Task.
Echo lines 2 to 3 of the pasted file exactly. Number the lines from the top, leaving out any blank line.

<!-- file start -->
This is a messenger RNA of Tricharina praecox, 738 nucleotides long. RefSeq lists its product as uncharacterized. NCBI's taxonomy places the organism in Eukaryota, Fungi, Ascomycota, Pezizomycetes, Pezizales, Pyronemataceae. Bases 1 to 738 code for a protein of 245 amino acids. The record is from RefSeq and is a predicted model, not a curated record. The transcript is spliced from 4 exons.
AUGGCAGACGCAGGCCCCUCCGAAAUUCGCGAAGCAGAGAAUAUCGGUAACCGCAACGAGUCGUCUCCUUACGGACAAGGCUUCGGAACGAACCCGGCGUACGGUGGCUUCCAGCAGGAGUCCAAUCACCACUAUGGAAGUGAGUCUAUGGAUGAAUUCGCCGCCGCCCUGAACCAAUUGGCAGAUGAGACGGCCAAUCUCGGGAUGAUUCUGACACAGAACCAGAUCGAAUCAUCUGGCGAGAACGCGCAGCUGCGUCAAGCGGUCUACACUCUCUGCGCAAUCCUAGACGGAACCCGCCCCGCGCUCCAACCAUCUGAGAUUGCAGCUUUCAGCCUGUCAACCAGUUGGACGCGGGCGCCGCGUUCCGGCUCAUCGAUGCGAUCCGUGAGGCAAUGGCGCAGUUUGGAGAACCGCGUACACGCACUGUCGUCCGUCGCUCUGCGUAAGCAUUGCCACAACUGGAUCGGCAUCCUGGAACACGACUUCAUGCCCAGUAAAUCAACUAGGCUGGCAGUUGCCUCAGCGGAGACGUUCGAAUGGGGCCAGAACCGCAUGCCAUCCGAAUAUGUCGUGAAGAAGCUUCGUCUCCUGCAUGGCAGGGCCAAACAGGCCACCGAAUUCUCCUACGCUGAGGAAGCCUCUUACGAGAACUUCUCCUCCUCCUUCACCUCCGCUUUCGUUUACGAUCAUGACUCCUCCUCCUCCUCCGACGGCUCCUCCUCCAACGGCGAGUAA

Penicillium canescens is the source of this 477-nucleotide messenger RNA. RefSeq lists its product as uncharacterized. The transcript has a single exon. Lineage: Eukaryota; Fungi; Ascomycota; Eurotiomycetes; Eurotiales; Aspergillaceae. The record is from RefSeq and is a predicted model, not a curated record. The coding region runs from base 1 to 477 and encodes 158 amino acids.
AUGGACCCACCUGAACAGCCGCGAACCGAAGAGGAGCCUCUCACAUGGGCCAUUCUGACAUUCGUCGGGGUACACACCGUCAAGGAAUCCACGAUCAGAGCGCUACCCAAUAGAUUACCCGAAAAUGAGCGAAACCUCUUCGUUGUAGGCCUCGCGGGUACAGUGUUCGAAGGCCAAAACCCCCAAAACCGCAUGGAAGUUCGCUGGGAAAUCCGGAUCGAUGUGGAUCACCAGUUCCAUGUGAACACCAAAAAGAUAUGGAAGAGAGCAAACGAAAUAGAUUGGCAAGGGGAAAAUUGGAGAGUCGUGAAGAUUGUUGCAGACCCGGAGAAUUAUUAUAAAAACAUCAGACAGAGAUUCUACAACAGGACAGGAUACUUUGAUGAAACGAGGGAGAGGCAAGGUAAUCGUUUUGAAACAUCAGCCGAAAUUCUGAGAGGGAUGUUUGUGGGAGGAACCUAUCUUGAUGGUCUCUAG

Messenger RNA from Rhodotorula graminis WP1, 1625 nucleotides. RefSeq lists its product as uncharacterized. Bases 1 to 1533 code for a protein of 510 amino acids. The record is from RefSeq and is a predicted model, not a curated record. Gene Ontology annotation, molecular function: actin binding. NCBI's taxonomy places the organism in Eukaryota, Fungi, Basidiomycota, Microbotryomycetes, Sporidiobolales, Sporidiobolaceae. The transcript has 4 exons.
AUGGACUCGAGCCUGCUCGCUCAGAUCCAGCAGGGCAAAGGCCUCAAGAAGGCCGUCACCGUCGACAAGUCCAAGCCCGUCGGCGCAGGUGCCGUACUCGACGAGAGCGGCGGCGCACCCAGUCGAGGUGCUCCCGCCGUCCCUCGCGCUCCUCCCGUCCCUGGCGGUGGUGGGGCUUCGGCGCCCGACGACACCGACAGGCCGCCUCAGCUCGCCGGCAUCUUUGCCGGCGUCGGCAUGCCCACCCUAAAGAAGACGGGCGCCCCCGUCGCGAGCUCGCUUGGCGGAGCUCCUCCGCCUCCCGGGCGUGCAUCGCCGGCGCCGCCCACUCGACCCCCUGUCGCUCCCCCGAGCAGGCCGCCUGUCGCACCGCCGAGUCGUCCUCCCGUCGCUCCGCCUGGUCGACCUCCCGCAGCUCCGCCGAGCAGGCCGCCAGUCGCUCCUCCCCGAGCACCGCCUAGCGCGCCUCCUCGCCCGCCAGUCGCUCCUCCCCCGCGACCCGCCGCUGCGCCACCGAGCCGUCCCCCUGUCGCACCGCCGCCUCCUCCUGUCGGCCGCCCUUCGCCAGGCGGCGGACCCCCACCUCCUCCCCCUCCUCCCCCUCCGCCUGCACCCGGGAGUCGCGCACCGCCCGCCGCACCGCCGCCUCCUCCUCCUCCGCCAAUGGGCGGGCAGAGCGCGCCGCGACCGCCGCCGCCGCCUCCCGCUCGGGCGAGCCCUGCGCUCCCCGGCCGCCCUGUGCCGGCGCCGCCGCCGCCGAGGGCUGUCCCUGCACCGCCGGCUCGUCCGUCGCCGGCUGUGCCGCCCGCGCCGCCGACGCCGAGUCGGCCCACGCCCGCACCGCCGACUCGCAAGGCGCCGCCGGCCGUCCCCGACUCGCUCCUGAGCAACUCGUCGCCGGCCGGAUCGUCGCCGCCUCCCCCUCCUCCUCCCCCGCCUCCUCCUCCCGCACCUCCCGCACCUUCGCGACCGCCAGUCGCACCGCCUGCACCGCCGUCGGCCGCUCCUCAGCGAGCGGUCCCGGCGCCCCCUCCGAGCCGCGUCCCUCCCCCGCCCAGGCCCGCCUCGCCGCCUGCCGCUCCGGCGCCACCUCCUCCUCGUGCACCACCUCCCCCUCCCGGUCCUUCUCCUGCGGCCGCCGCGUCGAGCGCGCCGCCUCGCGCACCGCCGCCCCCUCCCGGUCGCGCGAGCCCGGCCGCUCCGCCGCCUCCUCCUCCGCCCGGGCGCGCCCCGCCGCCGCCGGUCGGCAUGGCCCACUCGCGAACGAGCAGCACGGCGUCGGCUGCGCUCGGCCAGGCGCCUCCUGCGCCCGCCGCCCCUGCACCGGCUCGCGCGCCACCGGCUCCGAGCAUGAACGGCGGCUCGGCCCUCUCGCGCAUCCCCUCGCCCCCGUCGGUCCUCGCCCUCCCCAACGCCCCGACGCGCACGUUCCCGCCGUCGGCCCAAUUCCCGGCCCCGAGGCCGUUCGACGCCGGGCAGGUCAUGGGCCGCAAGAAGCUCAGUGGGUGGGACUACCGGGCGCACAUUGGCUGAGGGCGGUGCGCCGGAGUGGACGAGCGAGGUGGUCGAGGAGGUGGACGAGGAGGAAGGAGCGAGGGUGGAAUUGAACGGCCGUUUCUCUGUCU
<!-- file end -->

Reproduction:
AUGGCAGACGCAGGCCCCUCCGAAAUUCGCGAAGCAGAGAAUAUCGGUAACCGCAACGAGUCGUCUCCUUACGGACAAGGCUUCGGAACGAACCCGGCGUACGGUGGCUUCCAGCAGGAGUCCAAUCACCACUAUGGAAGUGAGUCUAUGGAUGAAUUCGCCGCCGCCCUGAACCAAUUGGCAGAUGAGACGGCCAAUCUCGGGAUGAUUCUGACACAGAACCAGAUCGAAUCAUCUGGCGAGAACGCGCAGCUGCGUCAAGCGGUCUACACUCUCUGCGCAAUCCUAGACGGAACCCGCCCCGCGCUCCAACCAUCUGAGAUUGCAGCUUUCAGCCUGUCAACCAGUUGGACGCGGGCGCCGCGUUCCGGCUCAUCGAUGCGAUCCGUGAGGCAAUGGCGCAGUUUGGAGAACCGCGUACACGCACUGUCGUCCGUCGCUCUGCGUAAGCAUUGCCACAACUGGAUCGGCAUCCUGGAACACGACUUCAUGCCCAGUAAAUCAACUAGGCUGGCAGUUGCCUCAGCGGAGACGUUCGAAUGGGGCCAGAACCGCAUGCCAUCCGAAUAUGUCGUGAAGAAGCUUCGUCUCCUGCAUGGCAGGGCCAAACAGGCCACCGAAUUCUCCUACGCUGAGGAAGCCUCUUACGAGAACUUCUCCUCCUCCUUCACCUCCGCUUUCGUUUACGAUCAUGACUCCUCCUCCUCCUCCGACGGCUCCUCCUCCAACGGCGAGUAA

Penicillium canescens is the source of this 477-nucleotide messenger RNA. RefSeq lists its product as uncharacterized. The transcript has a single exon. Lineage: Eukaryota; Fungi; Ascomycota; Eurotiomycetes; Eurotiales; Aspergillaceae. The record is from RefSeq and is a predicted model, not a curated record. The coding region runs from base 1 to 477 and encodes 158 amino acids.